Although he shows some shreds of humanity when caring for Ryan in isolated moments and talking about his troubled upbringing as a lab experiment and not wanting the same for Ryan, Homelander is one cruel bastard this season. With his only sense of stability in Madelyn (Elisabeth Shue) gone, Homelander really begins to unravel as he struggles to maintain the control he once had and goes to horrific lengths to regain it. From tormenting and outing Maeve (Dominique McElligott) her relationship with Elena (Nicola Correia-Damude) to trying to dominate Becca and take Ryan away from her, he really becomes unhinged and Starr continues to be one of the craziest and best aspects of this show – especially when he’s paired with Stormfront. Finally finding an equal, Homelander and Stormfront become quite a powerful pair as they attempt to conjure up a following that’ll make them all powerful – even if Vought goes under. Their plans for domination are legitimately scary with how invulnerable they seem and every time they’re around Ryan together, there’s this bad feeling that instantly materializes and makes you uneasy. They’re two people that bring out the worst in each other, but it makes for perfect villains that are legitimately threatening and the performances from Starr and Cash are truly award worthy.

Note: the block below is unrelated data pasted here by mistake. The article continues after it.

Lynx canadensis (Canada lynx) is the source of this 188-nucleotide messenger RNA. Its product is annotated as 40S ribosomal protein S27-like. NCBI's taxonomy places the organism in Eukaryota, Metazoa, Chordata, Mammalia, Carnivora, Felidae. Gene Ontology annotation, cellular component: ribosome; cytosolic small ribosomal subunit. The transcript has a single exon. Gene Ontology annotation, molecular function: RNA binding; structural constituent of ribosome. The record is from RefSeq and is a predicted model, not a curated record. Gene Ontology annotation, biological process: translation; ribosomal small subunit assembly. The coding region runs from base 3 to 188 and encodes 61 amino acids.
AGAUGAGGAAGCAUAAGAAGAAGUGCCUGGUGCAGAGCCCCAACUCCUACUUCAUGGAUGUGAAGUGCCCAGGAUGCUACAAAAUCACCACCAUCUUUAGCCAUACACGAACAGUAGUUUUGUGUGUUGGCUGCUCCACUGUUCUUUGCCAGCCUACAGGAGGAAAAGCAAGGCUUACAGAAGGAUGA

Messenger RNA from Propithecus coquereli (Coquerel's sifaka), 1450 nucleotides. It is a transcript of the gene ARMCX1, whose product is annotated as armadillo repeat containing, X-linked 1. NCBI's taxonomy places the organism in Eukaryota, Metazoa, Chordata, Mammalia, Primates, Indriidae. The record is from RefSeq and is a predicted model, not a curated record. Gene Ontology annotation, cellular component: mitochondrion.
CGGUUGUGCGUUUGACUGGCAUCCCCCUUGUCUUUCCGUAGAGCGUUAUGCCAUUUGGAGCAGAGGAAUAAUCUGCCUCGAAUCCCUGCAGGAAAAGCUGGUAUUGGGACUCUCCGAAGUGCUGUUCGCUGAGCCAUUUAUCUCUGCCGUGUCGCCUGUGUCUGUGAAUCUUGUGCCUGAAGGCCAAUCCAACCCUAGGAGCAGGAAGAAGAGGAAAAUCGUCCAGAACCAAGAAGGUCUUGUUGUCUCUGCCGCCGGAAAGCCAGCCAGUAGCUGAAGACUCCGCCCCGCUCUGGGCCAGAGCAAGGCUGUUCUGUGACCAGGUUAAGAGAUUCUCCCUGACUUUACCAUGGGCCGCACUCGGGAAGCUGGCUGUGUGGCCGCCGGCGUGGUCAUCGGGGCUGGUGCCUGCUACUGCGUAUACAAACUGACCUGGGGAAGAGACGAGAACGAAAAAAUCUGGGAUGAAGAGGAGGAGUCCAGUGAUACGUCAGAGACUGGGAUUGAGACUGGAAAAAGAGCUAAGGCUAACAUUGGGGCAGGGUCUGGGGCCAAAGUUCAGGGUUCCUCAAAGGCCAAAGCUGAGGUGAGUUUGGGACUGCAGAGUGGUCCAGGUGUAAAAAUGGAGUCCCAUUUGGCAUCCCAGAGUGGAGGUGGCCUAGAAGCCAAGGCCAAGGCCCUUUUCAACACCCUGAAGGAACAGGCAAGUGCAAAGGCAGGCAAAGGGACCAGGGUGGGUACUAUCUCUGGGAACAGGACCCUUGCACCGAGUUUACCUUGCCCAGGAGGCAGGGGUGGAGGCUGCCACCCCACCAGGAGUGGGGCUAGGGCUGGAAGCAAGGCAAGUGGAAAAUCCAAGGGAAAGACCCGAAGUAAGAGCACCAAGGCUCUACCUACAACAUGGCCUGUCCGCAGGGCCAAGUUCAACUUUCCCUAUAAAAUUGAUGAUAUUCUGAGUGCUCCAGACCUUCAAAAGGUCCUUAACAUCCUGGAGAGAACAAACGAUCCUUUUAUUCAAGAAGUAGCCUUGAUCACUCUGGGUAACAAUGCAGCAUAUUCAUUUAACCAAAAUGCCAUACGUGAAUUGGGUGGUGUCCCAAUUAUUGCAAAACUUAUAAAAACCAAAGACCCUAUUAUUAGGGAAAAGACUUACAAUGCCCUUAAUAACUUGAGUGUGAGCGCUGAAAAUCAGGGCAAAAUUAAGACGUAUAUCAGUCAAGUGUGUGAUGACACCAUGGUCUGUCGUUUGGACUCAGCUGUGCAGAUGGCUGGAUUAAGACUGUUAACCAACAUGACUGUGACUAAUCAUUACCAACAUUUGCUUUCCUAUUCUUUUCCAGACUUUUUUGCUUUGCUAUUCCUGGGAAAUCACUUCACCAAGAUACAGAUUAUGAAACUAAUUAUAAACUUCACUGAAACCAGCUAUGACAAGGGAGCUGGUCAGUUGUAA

Frankly, the series really builds how powerful Vought, Homelander, and Stormfront are and their influence so well, that the odds really do seem in their favor. Fighting against these foes is no easy task and even when things seems like they’re about to go The Boys’ way, it always takes an unexpected turn. Even as Annie is able to make Compound V known to the public and hearings are held against Vought and Supes, there’s always something that gets in their way or some kind of avenue that opens up to get Vought out of a tight spot. It’s not only a perfect showing of how hard the fight is to take down the corrupt and powerful, but how undeniably engrained Vought is and their ability to change the message to stay afloat. It makes the fight against them that much more vital and it’s great how the series really creates this season-long fight for what’s right that’s incredibly enthralling to watch and full of surprises. Not to mention, it only makes you care more about the series’ rag-tag band of protagonists more than ever as the series fleshes them out even further.